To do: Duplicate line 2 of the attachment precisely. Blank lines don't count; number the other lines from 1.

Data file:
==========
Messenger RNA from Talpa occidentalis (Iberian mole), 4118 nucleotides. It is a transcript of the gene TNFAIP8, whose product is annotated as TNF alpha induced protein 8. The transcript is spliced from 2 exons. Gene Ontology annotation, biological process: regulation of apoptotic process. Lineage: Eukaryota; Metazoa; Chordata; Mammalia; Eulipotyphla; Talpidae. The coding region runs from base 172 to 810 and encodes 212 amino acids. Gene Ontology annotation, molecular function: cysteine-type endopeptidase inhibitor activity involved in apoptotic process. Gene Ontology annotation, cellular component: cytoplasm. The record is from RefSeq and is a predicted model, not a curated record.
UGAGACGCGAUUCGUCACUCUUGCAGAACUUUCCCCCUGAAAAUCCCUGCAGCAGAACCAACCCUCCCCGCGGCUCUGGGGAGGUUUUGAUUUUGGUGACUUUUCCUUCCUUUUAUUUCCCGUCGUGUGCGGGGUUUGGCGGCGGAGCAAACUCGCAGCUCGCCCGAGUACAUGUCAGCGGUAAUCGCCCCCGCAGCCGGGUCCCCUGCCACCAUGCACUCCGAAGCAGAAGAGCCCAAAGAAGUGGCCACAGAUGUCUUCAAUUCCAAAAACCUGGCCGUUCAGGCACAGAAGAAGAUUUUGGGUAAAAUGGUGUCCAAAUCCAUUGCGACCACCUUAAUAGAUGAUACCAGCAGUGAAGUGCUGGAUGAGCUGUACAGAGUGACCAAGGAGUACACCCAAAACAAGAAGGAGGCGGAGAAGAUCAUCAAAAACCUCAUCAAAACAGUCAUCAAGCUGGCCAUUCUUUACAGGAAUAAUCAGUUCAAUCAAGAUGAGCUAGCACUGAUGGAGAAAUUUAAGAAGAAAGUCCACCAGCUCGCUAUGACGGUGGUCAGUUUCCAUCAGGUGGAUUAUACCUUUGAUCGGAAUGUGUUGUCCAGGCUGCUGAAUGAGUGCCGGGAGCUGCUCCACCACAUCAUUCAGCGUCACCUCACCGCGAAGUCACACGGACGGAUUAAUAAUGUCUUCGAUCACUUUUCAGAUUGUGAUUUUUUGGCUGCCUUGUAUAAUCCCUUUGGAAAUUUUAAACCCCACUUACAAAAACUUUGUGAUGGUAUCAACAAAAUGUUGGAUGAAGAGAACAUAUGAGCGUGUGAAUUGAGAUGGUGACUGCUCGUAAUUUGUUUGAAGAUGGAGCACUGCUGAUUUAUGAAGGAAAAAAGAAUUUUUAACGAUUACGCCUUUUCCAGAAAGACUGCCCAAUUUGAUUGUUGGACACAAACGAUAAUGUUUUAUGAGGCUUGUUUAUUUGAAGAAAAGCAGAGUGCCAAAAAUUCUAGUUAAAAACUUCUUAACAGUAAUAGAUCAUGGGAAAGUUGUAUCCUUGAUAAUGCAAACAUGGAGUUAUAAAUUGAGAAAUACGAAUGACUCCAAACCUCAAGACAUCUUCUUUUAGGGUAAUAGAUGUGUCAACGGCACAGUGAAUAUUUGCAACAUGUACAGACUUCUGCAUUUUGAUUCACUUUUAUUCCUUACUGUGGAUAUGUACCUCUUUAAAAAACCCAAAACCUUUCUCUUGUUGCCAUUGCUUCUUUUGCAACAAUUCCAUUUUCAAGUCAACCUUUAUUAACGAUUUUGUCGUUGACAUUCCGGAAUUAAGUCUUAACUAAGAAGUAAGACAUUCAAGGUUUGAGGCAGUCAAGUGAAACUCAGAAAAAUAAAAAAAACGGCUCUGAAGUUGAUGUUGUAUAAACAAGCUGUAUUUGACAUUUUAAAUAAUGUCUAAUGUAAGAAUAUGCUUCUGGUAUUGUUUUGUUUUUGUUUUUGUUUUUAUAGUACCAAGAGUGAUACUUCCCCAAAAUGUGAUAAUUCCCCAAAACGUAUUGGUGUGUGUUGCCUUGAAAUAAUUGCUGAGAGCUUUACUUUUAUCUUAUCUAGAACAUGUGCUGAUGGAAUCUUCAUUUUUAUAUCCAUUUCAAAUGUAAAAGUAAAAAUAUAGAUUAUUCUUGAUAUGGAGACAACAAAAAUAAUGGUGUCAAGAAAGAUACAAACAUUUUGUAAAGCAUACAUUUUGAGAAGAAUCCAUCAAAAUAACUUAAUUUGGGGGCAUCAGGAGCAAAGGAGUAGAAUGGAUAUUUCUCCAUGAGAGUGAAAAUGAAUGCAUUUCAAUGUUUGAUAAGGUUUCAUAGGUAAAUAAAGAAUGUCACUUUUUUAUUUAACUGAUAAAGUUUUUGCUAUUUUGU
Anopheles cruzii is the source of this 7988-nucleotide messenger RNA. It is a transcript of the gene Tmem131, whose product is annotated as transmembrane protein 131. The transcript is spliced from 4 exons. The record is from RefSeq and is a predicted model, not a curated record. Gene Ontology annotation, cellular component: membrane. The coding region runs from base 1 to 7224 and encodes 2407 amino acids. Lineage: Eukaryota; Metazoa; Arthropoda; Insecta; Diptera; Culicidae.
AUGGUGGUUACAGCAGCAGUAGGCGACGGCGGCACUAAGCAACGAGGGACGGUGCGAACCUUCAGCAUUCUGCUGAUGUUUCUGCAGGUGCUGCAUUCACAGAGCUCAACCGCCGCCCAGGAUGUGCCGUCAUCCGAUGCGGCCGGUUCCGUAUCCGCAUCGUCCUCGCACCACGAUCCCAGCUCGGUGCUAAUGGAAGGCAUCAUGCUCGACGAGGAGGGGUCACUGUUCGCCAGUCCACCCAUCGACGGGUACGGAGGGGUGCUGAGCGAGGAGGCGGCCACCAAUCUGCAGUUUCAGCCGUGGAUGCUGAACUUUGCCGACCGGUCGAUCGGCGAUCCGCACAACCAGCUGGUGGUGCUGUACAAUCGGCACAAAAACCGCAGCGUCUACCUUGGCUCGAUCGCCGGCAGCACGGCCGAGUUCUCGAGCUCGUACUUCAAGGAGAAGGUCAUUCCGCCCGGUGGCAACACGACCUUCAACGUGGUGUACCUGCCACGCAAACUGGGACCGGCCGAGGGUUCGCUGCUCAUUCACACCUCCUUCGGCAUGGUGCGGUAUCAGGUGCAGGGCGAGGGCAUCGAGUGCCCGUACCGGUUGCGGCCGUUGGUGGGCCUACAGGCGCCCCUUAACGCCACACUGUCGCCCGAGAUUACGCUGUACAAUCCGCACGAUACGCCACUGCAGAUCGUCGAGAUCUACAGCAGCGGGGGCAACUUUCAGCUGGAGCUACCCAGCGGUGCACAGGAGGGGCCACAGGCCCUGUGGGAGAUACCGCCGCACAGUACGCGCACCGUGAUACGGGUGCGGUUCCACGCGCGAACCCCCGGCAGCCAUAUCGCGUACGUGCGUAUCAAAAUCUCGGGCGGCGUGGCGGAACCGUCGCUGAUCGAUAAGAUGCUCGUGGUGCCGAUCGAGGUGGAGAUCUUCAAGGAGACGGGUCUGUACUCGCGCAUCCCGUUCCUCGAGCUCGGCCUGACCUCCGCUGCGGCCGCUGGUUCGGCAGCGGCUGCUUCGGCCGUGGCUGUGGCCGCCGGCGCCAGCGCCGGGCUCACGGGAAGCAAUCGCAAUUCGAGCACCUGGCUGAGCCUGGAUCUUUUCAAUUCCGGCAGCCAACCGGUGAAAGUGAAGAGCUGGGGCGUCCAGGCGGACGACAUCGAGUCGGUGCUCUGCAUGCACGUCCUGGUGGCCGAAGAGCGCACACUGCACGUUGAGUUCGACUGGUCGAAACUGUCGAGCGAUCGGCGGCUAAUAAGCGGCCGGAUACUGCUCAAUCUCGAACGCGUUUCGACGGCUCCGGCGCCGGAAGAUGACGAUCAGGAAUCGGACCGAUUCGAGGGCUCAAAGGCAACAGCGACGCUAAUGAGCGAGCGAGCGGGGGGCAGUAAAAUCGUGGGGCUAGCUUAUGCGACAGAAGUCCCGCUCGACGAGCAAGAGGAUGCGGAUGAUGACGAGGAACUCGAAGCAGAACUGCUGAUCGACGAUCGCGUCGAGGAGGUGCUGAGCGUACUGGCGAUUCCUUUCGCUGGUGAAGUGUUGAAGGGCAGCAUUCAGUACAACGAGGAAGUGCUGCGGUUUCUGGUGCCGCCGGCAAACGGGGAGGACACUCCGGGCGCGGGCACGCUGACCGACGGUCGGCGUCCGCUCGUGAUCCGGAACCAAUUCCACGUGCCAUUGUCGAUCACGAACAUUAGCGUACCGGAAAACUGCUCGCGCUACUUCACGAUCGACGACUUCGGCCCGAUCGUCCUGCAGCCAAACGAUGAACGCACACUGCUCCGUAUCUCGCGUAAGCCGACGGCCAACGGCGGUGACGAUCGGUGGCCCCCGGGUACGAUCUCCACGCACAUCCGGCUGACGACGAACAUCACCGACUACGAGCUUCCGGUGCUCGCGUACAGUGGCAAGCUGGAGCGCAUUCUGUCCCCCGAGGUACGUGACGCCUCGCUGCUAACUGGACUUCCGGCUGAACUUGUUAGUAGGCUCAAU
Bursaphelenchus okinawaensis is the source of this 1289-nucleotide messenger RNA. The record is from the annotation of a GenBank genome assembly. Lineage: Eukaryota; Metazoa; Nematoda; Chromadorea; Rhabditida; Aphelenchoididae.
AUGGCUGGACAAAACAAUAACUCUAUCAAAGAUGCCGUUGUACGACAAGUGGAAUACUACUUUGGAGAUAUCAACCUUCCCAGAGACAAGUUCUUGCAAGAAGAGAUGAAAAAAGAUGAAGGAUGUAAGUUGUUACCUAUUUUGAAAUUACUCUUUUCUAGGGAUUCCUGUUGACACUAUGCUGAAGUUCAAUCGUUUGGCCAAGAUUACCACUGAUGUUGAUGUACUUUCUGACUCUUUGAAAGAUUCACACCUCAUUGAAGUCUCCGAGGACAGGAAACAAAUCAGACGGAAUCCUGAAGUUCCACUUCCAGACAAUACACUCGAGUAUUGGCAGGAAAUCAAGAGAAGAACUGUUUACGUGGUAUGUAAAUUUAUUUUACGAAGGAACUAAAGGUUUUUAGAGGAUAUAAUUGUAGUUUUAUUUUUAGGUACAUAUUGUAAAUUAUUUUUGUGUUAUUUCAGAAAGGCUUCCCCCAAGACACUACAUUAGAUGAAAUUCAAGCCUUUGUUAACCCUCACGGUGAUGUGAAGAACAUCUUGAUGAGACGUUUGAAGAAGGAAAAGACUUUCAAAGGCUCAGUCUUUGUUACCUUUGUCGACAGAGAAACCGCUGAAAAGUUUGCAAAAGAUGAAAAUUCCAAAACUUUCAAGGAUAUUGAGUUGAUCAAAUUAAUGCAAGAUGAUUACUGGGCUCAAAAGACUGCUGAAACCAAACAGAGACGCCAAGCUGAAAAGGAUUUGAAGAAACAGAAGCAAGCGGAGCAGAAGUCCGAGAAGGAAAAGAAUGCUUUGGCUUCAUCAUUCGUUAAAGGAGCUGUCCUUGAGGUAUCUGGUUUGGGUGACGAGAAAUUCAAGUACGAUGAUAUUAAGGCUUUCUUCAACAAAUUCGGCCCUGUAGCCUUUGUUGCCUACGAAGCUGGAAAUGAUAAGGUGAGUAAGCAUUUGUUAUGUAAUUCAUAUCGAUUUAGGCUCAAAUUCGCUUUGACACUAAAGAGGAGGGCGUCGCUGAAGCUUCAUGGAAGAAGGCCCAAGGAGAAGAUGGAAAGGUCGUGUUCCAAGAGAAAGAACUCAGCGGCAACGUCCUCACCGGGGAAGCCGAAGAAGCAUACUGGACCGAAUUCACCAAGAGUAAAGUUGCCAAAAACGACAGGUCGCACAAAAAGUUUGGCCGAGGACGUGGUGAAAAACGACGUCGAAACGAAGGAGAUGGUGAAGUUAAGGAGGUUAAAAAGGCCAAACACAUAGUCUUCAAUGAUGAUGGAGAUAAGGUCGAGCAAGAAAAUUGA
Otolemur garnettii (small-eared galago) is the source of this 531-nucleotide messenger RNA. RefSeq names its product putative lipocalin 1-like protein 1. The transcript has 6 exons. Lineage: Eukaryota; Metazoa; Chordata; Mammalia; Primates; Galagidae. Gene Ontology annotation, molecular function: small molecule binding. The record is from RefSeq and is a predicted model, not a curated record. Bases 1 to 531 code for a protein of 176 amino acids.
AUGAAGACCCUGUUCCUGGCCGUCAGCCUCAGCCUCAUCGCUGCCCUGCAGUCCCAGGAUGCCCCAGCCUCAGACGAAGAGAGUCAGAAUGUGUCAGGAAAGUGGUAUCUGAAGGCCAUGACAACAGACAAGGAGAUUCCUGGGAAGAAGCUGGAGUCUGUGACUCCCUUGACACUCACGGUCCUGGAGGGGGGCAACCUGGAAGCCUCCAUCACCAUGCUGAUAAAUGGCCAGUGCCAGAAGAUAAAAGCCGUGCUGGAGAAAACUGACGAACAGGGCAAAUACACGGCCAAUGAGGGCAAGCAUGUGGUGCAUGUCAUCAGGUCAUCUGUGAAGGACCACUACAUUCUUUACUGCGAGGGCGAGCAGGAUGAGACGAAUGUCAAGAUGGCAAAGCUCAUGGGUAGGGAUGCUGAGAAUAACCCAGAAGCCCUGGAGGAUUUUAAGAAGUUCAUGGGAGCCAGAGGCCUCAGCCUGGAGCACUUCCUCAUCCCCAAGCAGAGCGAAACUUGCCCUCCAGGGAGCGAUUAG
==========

UGAGACGCGAUUCGUCACUCUUGCAGAACUUUCCCCCUGAAAAUCCCUGCAGCAGAACCAACCCUCCCCGCGGCUCUGGGGAGGUUUUGAUUUUGGUGACUUUUCCUUCCUUUUAUUUCCCGUCGUGUGCGGGGUUUGGCGGCGGAGCAAACUCGCAGCUCGCCCGAGUACAUGUCAGCGGUAAUCGCCCCCGCAGCCGGGUCCCCUGCCACCAUGCACUCCGAAGCAGAAGAGCCCAAAGAAGUGGCCACAGAUGUCUUCAAUUCCAAAAACCUGGCCGUUCAGGCACAGAAGAAGAUUUUGGGUAAAAUGGUGUCCAAAUCCAUUGCGACCACCUUAAUAGAUGAUACCAGCAGUGAAGUGCUGGAUGAGCUGUACAGAGUGACCAAGGAGUACACCCAAAACAAGAAGGAGGCGGAGAAGAUCAUCAAAAACCUCAUCAAAACAGUCAUCAAGCUGGCCAUUCUUUACAGGAAUAAUCAGUUCAAUCAAGAUGAGCUAGCACUGAUGGAGAAAUUUAAGAAGAAAGUCCACCAGCUCGCUAUGACGGUGGUCAGUUUCCAUCAGGUGGAUUAUACCUUUGAUCGGAAUGUGUUGUCCAGGCUGCUGAAUGAGUGCCGGGAGCUGCUCCACCACAUCAUUCAGCGUCACCUCACCGCGAAGUCACACGGACGGAUUAAUAAUGUCUUCGAUCACUUUUCAGAUUGUGAUUUUUUGGCUGCCUUGUAUAAUCCCUUUGGAAAUUUUAAACCCCACUUACAAAAACUUUGUGAUGGUAUCAACAAAAUGUUGGAUGAAGAGAACAUAUGAGCGUGUGAAUUGAGAUGGUGACUGCUCGUAAUUUGUUUGAAGAUGGAGCACUGCUGAUUUAUGAAGGAAAAAAGAAUUUUUAACGAUUACGCCUUUUCCAGAAAGACUGCCCAAUUUGAUUGUUGGACACAAACGAUAAUGUUUUAUGAGGCUUGUUUAUUUGAAGAAAAGCAGAGUGCCAAAAAUUCUAGUUAAAAACUUCUUAACAGUAAUAGAUCAUGGGAAAGUUGUAUCCUUGAUAAUGCAAACAUGGAGUUAUAAAUUGAGAAAUACGAAUGACUCCAAACCUCAAGACAUCUUCUUUUAGGGUAAUAGAUGUGUCAACGGCACAGUGAAUAUUUGCAACAUGUACAGACUUCUGCAUUUUGAUUCACUUUUAUUCCUUACUGUGGAUAUGUACCUCUUUAAAAAACCCAAAACCUUUCUCUUGUUGCCAUUGCUUCUUUUGCAACAAUUCCAUUUUCAAGUCAACCUUUAUUAACGAUUUUGUCGUUGACAUUCCGGAAUUAAGUCUUAACUAAGAAGUAAGACAUUCAAGGUUUGAGGCAGUCAAGUGAAACUCAGAAAAAUAAAAAAAACGGCUCUGAAGUUGAUGUUGUAUAAACAAGCUGUAUUUGACAUUUUAAAUAAUGUCUAAUGUAAGAAUAUGCUUCUGGUAUUGUUUUGUUUUUGUUUUUGUUUUUAUAGUACCAAGAGUGAUACUUCCCCAAAAUGUGAUAAUUCCCCAAAACGUAUUGGUGUGUGUUGCCUUGAAAUAAUUGCUGAGAGCUUUACUUUUAUCUUAUCUAGAACAUGUGCUGAUGGAAUCUUCAUUUUUAUAUCCAUUUCAAAUGUAAAAGUAAAAAUAUAGAUUAUUCUUGAUAUGGAGACAACAAAAAUAAUGGUGUCAAGAAAGAUACAAACAUUUUGUAAAGCAUACAUUUUGAGAAGAAUCCAUCAAAAUAACUUAAUUUGGGGGCAUCAGGAGCAAAGGAGUAGAAUGGAUAUUUCUCCAUGAGAGUGAAAAUGAAUGCAUUUCAAUGUUUGAUAAGGUUUCAUAGGUAAAUAAAGAAUGUCACUUUUUUAUUUAACUGAUAAAGUUUUUGCUAUUUUGU